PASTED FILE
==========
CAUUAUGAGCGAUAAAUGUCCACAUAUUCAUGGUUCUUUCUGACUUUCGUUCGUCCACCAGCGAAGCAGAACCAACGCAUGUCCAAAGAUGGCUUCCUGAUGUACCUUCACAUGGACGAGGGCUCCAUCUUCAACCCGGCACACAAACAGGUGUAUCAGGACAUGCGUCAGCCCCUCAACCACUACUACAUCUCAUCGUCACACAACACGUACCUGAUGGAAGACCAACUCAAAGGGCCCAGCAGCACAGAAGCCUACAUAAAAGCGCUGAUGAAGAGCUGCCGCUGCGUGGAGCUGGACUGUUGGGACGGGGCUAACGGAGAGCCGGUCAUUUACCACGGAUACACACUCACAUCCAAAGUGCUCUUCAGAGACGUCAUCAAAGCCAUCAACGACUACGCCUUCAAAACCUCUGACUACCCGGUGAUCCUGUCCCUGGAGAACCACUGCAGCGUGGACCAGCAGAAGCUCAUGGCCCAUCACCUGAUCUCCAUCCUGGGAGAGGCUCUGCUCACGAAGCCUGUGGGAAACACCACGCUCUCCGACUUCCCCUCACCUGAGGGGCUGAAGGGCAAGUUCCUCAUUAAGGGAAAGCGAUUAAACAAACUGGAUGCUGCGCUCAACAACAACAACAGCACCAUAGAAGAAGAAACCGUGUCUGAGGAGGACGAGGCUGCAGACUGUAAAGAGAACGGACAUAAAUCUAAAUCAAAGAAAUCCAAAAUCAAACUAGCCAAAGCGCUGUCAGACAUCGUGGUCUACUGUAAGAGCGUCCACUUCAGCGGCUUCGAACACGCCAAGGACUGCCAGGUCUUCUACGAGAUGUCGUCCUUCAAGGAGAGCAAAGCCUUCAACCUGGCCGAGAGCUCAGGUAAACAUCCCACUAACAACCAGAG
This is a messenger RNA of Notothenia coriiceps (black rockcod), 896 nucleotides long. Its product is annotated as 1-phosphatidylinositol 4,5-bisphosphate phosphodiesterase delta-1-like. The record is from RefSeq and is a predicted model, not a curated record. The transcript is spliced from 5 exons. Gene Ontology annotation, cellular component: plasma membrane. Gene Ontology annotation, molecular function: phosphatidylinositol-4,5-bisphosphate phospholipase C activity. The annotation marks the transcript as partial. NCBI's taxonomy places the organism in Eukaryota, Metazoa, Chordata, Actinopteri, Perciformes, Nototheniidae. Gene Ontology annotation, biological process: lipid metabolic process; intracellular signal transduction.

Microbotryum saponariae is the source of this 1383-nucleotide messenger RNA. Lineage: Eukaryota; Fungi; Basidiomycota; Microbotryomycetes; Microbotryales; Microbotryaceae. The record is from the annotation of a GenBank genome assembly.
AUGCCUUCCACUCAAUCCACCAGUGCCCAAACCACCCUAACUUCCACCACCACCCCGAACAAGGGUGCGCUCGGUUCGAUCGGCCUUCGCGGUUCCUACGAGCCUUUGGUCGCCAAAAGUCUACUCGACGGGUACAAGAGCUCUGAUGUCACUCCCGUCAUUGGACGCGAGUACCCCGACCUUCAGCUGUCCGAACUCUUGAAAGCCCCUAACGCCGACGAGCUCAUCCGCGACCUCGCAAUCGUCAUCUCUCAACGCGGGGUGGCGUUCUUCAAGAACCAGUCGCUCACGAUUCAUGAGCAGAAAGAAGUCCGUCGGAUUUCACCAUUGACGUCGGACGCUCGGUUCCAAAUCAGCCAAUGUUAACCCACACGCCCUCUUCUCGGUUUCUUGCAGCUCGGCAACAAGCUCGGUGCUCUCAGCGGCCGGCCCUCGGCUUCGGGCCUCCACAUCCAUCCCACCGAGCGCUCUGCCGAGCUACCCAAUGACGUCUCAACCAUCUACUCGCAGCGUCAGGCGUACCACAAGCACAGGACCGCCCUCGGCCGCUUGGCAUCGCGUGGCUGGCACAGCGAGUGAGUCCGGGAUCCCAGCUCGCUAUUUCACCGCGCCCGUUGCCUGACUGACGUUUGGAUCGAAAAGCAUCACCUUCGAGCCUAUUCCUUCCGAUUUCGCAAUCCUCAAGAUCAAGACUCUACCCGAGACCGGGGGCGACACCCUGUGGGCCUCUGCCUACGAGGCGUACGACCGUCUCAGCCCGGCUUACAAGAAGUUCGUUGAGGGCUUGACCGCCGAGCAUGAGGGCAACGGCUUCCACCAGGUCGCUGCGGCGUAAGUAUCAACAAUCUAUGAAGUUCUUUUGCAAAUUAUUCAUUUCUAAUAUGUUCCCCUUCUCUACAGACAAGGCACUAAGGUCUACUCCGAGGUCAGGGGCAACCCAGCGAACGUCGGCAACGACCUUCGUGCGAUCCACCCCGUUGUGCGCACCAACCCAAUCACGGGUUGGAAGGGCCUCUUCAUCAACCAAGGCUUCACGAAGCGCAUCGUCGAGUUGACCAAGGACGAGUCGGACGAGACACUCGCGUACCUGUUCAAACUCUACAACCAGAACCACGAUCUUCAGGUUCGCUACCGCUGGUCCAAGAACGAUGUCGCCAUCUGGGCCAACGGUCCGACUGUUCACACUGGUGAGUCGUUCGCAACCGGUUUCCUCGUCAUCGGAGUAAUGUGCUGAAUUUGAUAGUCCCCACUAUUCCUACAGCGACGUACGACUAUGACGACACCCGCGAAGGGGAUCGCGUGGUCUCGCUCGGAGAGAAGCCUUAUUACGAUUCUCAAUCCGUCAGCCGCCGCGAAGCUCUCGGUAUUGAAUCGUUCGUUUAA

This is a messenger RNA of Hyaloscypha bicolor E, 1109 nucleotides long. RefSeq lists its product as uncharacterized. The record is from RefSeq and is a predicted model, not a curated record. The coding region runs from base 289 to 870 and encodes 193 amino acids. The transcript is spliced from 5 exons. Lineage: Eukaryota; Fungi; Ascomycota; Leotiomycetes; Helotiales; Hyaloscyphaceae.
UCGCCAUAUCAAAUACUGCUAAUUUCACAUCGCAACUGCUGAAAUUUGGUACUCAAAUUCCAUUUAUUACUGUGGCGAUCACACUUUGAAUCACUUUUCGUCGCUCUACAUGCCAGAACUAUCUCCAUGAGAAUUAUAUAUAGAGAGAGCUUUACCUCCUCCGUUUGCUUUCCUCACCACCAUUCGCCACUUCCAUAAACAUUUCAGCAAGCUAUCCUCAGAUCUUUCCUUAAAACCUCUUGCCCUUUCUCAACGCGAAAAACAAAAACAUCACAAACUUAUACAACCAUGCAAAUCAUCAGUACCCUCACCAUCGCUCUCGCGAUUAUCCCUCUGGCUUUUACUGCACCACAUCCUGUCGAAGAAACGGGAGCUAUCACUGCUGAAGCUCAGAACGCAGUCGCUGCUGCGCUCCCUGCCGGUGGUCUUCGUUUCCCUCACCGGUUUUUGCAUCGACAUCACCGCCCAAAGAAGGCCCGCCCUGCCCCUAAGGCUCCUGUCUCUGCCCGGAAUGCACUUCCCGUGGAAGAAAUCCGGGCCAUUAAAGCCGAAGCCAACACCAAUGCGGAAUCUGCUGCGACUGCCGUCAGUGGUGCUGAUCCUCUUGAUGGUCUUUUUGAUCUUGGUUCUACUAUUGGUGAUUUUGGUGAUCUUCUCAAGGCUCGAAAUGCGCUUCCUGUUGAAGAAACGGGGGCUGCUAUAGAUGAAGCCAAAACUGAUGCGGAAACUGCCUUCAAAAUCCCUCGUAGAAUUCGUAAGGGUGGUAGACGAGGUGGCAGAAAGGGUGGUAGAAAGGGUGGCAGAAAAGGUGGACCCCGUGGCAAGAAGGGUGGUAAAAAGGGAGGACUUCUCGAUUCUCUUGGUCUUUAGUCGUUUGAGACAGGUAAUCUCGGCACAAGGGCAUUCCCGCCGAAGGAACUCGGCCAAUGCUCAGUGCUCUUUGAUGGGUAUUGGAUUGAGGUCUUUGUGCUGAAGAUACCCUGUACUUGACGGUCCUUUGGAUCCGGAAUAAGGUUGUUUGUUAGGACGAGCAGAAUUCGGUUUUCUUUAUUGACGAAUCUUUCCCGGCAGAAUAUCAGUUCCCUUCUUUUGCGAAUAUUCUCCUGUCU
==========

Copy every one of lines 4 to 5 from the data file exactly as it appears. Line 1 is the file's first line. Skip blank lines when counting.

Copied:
AUGCCUUCCACUCAAUCCACCAGUGCCCAAACCACCCUAACUUCCACCACCACCCCGAACAAGGGUGCGCUCGGUUCGAUCGGCCUUCGCGGUUCCUACGAGCCUUUGGUCGCCAAAAGUCUACUCGACGGGUACAAGAGCUCUGAUGUCACUCCCGUCAUUGGACGCGAGUACCCCGACCUUCAGCUGUCCGAACUCUUGAAAGCCCCUAACGCCGACGAGCUCAUCCGCGACCUCGCAAUCGUCAUCUCUCAACGCGGGGUGGCGUUCUUCAAGAACCAGUCGCUCACGAUUCAUGAGCAGAAAGAAGUCCGUCGGAUUUCACCAUUGACGUCGGACGCUCGGUUCCAAAUCAGCCAAUGUUAACCCACACGCCCUCUUCUCGGUUUCUUGCAGCUCGGCAACAAGCUCGGUGCUCUCAGCGGCCGGCCCUCGGCUUCGGGCCUCCACAUCCAUCCCACCGAGCGCUCUGCCGAGCUACCCAAUGACGUCUCAACCAUCUACUCGCAGCGUCAGGCGUACCACAAGCACAGGACCGCCCUCGGCCGCUUGGCAUCGCGUGGCUGGCACAGCGAGUGAGUCCGGGAUCCCAGCUCGCUAUUUCACCGCGCCCGUUGCCUGACUGACGUUUGGAUCGAAAAGCAUCACCUUCGAGCCUAUUCCUUCCGAUUUCGCAAUCCUCAAGAUCAAGACUCUACCCGAGACCGGGGGCGACACCCUGUGGGCCUCUGCCUACGAGGCGUACGACCGUCUCAGCCCGGCUUACAAGAAGUUCGUUGAGGGCUUGACCGCCGAGCAUGAGGGCAACGGCUUCCACCAGGUCGCUGCGGCGUAAGUAUCAACAAUCUAUGAAGUUCUUUUGCAAAUUAUUCAUUUCUAAUAUGUUCCCCUUCUCUACAGACAAGGCACUAAGGUCUACUCCGAGGUCAGGGGCAACCCAGCGAACGUCGGCAACGACCUUCGUGCGAUCCACCCCGUUGUGCGCACCAACCCAAUCACGGGUUGGAAGGGCCUCUUCAUCAACCAAGGCUUCACGAAGCGCAUCGUCGAGUUGACCAAGGACGAGUCGGACGAGACACUCGCGUACCUGUUCAAACUCUACAACCAGAACCACGAUCUUCAGGUUCGCUACCGCUGGUCCAAGAACGAUGUCGCCAUCUGGGCCAACGGUCCGACUGUUCACACUGGUGAGUCGUUCGCAACCGGUUUCCUCGUCAUCGGAGUAAUGUGCUGAAUUUGAUAGUCCCCACUAUUCCUACAGCGACGUACGACUAUGACGACACCCGCGAAGGGGAUCGCGUGGUCUCGCUCGGAGAGAAGCCUUAUUACGAUUCUCAAUCCGUCAGCCGCCGCGAAGCUCUCGGUAUUGAAUCGUUCGUUUAA

This is a messenger RNA of Hyaloscypha bicolor E, 1109 nucleotides long. RefSeq lists its product as uncharacterized. The record is from RefSeq and is a predicted model, not a curated record. The coding region runs from base 289 to 870 and encodes 193 amino acids. The transcript is spliced from 5 exons. Lineage: Eukaryota; Fungi; Ascomycota; Leotiomycetes; Helotiales; Hyaloscyphaceae.